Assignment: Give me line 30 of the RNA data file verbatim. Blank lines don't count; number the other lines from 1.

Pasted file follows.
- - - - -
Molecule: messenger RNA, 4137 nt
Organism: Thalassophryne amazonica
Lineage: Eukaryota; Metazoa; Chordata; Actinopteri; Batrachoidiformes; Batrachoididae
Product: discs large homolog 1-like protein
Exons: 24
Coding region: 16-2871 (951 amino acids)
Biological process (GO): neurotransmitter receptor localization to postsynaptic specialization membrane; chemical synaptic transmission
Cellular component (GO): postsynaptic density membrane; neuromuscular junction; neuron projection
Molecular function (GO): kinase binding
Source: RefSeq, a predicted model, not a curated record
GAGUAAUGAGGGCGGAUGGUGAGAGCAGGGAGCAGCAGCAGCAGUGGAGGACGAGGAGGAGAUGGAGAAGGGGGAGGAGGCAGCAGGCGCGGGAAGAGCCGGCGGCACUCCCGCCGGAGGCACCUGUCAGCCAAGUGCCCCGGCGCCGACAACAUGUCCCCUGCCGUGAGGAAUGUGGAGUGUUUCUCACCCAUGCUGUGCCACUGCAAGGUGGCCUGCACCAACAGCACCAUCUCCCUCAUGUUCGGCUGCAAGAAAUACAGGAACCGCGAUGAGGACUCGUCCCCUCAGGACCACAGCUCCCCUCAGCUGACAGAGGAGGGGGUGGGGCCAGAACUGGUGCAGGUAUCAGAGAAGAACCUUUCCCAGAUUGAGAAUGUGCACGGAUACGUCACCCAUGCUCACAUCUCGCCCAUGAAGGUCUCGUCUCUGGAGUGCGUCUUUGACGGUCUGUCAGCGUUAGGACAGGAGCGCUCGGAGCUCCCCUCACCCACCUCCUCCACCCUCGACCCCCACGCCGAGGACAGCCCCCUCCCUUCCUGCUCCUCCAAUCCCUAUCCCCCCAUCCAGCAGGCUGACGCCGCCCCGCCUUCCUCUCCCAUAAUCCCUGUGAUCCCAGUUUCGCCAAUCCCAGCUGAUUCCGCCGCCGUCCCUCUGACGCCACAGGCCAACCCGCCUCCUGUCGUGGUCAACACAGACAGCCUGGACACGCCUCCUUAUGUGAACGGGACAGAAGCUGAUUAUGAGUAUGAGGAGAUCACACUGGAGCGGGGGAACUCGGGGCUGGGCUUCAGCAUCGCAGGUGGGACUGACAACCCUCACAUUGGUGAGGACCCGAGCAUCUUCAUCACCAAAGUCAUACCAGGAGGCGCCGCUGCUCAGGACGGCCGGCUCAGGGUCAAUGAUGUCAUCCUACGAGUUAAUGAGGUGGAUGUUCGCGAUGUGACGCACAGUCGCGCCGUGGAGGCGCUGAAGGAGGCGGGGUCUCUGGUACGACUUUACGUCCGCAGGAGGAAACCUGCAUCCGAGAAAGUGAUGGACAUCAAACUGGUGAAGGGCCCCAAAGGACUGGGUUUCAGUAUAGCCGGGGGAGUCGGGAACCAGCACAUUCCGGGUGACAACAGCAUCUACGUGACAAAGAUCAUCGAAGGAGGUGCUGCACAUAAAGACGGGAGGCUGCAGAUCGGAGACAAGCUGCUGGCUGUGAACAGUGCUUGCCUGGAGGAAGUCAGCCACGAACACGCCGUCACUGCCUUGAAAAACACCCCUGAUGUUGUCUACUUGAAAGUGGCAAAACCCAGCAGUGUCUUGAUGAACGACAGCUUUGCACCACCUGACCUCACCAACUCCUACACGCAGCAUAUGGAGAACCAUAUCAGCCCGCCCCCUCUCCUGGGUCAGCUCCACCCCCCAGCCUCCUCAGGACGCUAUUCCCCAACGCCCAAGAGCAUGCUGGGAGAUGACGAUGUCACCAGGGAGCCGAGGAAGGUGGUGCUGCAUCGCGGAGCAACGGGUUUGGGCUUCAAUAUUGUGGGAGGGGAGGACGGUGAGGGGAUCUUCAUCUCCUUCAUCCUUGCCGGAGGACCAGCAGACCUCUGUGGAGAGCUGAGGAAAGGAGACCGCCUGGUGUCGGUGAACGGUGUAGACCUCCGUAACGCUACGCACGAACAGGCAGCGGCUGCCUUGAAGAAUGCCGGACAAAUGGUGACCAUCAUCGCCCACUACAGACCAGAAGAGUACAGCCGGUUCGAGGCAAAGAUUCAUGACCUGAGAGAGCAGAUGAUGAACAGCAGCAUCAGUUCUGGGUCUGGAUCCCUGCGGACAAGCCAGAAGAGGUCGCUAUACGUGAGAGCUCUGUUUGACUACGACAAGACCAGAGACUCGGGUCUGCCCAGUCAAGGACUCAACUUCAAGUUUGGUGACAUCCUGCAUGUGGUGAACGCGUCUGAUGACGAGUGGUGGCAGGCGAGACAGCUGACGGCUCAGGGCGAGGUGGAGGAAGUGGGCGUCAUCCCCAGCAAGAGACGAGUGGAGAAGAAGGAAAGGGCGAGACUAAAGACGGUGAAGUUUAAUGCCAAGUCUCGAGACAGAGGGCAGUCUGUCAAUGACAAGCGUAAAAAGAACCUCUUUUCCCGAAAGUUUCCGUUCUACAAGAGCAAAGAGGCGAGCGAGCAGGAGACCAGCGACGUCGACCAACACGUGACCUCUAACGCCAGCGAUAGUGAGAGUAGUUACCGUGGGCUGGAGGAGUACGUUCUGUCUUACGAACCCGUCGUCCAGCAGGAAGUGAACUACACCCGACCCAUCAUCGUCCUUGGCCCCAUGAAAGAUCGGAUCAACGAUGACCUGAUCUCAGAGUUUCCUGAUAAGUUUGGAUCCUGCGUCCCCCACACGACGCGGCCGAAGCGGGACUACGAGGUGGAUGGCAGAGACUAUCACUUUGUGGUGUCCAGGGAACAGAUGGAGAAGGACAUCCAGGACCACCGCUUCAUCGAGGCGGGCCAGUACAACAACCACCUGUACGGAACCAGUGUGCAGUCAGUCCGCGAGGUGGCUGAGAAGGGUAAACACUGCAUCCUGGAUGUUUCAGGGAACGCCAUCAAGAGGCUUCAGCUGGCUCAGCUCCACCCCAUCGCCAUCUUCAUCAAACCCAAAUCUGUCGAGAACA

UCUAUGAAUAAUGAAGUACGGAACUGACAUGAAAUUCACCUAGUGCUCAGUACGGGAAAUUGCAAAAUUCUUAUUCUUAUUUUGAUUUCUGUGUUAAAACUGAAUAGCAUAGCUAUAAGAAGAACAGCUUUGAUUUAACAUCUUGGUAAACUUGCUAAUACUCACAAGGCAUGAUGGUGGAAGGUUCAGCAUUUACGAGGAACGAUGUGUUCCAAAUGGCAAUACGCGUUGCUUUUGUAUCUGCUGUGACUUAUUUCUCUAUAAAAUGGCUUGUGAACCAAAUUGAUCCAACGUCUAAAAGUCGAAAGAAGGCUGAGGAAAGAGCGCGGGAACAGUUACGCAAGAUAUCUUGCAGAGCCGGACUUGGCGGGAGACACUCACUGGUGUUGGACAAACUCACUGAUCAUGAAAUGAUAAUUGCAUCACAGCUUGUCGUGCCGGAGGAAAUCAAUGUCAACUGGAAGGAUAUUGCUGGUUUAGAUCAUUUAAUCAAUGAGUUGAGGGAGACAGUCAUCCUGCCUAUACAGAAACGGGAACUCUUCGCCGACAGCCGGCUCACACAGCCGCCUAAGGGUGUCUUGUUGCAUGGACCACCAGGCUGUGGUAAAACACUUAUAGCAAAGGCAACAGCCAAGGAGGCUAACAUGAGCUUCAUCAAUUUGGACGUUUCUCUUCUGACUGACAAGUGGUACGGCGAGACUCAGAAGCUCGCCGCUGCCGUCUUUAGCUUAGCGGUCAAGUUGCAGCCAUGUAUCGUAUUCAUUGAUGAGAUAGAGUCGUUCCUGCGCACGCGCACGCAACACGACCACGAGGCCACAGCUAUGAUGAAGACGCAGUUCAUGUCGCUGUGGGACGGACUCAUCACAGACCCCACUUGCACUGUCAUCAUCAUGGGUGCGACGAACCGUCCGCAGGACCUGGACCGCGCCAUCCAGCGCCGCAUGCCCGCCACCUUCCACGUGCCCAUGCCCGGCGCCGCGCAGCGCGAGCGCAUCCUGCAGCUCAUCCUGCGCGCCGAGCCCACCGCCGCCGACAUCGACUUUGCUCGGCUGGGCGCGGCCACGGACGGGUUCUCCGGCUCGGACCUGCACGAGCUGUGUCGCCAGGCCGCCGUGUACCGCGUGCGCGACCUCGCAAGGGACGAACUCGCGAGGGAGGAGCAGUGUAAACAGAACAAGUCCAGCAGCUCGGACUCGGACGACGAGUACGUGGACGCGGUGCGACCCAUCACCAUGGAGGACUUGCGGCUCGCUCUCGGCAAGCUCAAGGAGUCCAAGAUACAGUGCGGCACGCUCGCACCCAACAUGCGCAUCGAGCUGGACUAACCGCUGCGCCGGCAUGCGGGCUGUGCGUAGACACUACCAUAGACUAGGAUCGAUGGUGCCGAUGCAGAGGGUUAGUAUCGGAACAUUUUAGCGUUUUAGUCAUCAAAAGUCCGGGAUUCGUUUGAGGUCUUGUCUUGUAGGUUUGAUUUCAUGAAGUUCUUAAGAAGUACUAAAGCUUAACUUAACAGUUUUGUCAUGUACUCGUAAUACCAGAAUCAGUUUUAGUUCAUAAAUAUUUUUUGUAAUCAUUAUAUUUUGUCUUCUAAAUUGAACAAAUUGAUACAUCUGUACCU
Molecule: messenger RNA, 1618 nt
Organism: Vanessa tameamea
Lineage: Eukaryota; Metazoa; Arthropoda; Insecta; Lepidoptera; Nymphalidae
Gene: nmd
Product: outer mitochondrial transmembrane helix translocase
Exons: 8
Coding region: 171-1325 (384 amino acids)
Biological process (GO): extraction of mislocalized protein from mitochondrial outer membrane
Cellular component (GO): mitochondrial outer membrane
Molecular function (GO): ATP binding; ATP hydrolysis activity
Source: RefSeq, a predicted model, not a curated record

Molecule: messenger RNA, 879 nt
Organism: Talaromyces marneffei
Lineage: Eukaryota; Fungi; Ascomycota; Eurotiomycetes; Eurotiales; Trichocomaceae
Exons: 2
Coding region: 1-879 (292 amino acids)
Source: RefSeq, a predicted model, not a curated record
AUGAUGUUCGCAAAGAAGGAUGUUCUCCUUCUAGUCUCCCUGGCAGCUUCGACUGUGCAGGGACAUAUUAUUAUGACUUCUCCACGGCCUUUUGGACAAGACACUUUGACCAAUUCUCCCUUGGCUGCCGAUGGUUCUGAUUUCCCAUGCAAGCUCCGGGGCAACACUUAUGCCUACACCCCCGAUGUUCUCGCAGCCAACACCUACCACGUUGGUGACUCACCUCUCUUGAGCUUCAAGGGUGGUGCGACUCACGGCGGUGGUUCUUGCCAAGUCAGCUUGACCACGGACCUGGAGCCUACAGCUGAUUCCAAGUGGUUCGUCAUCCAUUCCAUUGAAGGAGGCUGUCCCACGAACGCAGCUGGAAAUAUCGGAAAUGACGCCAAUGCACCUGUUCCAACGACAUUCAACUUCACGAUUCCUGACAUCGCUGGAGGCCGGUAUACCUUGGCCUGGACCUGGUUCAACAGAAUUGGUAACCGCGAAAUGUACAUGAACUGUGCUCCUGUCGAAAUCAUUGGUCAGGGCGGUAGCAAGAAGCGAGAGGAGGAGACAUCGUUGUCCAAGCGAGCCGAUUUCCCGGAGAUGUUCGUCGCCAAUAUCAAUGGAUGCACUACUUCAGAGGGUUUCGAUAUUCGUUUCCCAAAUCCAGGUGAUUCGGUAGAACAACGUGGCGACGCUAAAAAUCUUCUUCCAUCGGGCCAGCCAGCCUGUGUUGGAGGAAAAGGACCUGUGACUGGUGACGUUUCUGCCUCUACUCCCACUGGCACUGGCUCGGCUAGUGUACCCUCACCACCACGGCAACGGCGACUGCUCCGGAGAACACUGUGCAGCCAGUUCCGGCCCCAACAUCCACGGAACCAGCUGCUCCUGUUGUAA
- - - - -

AUGAUGUUCGCAAAGAAGGAUGUUCUCCUUCUAGUCUCCCUGGCAGCUUCGACUGUGCAGGGACAUAUUAUUAUGACUUCUCCACGGCCUUUUGGACAAGACACUUUGACCAAUUCUCCCUUGGCUGCCGAUGGUUCUGAUUUCCCAUGCAAGCUCCGGGGCAACACUUAUGCCUACACCCCCGAUGUUCUCGCAGCCAACACCUACCACGUUGGUGACUCACCUCUCUUGAGCUUCAAGGGUGGUGCGACUCACGGCGGUGGUUCUUGCCAAGUCAGCUUGACCACGGACCUGGAGCCUACAGCUGAUUCCAAGUGGUUCGUCAUCCAUUCCAUUGAAGGAGGCUGUCCCACGAACGCAGCUGGAAAUAUCGGAAAUGACGCCAAUGCACCUGUUCCAACGACAUUCAACUUCACGAUUCCUGACAUCGCUGGAGGCCGGUAUACCUUGGCCUGGACCUGGUUCAACAGAAUUGGUAACCGCGAAAUGUACAUGAACUGUGCUCCUGUCGAAAUCAUUGGUCAGGGCGGUAGCAAGAAGCGAGAGGAGGAGACAUCGUUGUCCAAGCGAGCCGAUUUCCCGGAGAUGUUCGUCGCCAAUAUCAAUGGAUGCACUACUUCAGAGGGUUUCGAUAUUCGUUUCCCAAAUCCAGGUGAUUCGGUAGAACAACGUGGCGACGCUAAAAAUCUUCUUCCAUCGGGCCAGCCAGCCUGUGUUGGAGGAAAAGGACCUGUGACUGGUGACGUUUCUGCCUCUACUCCCACUGGCACUGGCUCGGCUAGUGUACCCUCACCACCACGGCAACGGCGACUGCUCCGGAGAACACUGUGCAGCCAGUUCCGGCCCCAACAUCCACGGAACCAGCUGCUCCUGUUGUAA